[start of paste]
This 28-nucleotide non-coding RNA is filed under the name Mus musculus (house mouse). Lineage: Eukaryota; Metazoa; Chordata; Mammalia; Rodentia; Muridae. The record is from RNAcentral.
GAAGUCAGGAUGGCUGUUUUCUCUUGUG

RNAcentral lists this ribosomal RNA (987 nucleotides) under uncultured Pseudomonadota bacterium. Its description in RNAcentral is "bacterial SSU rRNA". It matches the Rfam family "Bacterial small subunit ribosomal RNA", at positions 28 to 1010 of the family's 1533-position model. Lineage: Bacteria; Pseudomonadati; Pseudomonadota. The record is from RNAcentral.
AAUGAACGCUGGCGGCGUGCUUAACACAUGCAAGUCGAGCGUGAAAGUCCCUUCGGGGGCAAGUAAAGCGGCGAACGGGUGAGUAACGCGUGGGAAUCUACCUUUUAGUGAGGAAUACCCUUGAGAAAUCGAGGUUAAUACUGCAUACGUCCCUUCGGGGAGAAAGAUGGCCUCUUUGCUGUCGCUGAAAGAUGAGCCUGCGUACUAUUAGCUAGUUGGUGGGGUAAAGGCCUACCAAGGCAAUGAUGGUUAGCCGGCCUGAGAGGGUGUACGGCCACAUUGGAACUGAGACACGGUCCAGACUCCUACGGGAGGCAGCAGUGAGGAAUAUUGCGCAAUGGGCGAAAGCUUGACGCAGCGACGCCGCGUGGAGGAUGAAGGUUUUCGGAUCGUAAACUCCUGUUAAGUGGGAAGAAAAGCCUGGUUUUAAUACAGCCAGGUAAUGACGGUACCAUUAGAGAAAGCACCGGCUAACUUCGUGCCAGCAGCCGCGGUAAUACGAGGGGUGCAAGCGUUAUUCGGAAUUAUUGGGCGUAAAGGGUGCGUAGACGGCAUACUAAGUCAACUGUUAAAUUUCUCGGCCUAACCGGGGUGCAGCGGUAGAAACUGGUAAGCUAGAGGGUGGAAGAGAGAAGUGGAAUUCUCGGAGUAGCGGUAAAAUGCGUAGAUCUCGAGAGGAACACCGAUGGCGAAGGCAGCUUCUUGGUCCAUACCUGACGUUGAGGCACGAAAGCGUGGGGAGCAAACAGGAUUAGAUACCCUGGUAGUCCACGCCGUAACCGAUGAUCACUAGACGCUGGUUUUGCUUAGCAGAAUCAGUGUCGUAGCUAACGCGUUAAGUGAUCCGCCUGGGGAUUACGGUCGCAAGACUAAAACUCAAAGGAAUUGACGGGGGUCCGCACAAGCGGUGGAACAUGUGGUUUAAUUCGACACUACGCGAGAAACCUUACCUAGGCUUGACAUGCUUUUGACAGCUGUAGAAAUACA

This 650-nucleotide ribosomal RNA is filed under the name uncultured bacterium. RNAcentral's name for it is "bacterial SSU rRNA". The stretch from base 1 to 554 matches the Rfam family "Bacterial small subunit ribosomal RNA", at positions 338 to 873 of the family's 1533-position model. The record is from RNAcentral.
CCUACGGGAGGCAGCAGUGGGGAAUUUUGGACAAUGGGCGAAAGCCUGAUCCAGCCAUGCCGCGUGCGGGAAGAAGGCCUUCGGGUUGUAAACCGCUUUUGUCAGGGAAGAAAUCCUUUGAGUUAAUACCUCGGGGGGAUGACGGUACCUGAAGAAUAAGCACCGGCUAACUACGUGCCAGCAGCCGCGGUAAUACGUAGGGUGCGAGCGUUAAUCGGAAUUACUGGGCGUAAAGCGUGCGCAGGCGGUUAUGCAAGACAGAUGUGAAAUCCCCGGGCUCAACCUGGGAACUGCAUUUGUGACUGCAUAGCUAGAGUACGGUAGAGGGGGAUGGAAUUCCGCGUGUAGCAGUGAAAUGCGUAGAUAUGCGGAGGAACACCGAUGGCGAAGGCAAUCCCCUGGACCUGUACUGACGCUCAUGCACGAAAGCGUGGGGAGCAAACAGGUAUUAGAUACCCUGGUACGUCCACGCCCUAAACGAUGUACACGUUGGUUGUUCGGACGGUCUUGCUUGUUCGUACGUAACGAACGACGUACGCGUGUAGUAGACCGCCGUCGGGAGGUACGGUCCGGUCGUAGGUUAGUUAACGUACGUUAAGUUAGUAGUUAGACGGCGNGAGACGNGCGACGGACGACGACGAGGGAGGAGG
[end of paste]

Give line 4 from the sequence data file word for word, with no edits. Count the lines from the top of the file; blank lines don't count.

AAUGAACGCUGGCGGCGUGCUUAACACAUGCAAGUCGAGCGUGAAAGUCCCUUCGGGGGCAAGUAAAGCGGCGAACGGGUGAGUAACGCGUGGGAAUCUACCUUUUAGUGAGGAAUACCCUUGAGAAAUCGAGGUUAAUACUGCAUACGUCCCUUCGGGGAGAAAGAUGGCCUCUUUGCUGUCGCUGAAAGAUGAGCCUGCGUACUAUUAGCUAGUUGGUGGGGUAAAGGCCUACCAAGGCAAUGAUGGUUAGCCGGCCUGAGAGGGUGUACGGCCACAUUGGAACUGAGACACGGUCCAGACUCCUACGGGAGGCAGCAGUGAGGAAUAUUGCGCAAUGGGCGAAAGCUUGACGCAGCGACGCCGCGUGGAGGAUGAAGGUUUUCGGAUCGUAAACUCCUGUUAAGUGGGAAGAAAAGCCUGGUUUUAAUACAGCCAGGUAAUGACGGUACCAUUAGAGAAAGCACCGGCUAACUUCGUGCCAGCAGCCGCGGUAAUACGAGGGGUGCAAGCGUUAUUCGGAAUUAUUGGGCGUAAAGGGUGCGUAGACGGCAUACUAAGUCAACUGUUAAAUUUCUCGGCCUAACCGGGGUGCAGCGGUAGAAACUGGUAAGCUAGAGGGUGGAAGAGAGAAGUGGAAUUCUCGGAGUAGCGGUAAAAUGCGUAGAUCUCGAGAGGAACACCGAUGGCGAAGGCAGCUUCUUGGUCCAUACCUGACGUUGAGGCACGAAAGCGUGGGGAGCAAACAGGAUUAGAUACCCUGGUAGUCCACGCCGUAACCGAUGAUCACUAGACGCUGGUUUUGCUUAGCAGAAUCAGUGUCGUAGCUAACGCGUUAAGUGAUCCGCCUGGGGAUUACGGUCGCAAGACUAAAACUCAAAGGAAUUGACGGGGGUCCGCACAAGCGGUGGAACAUGUGGUUUAAUUCGACACUACGCGAGAAACCUUACCUAGGCUUGACAUGCUUUUGACAGCUGUAGAAAUACA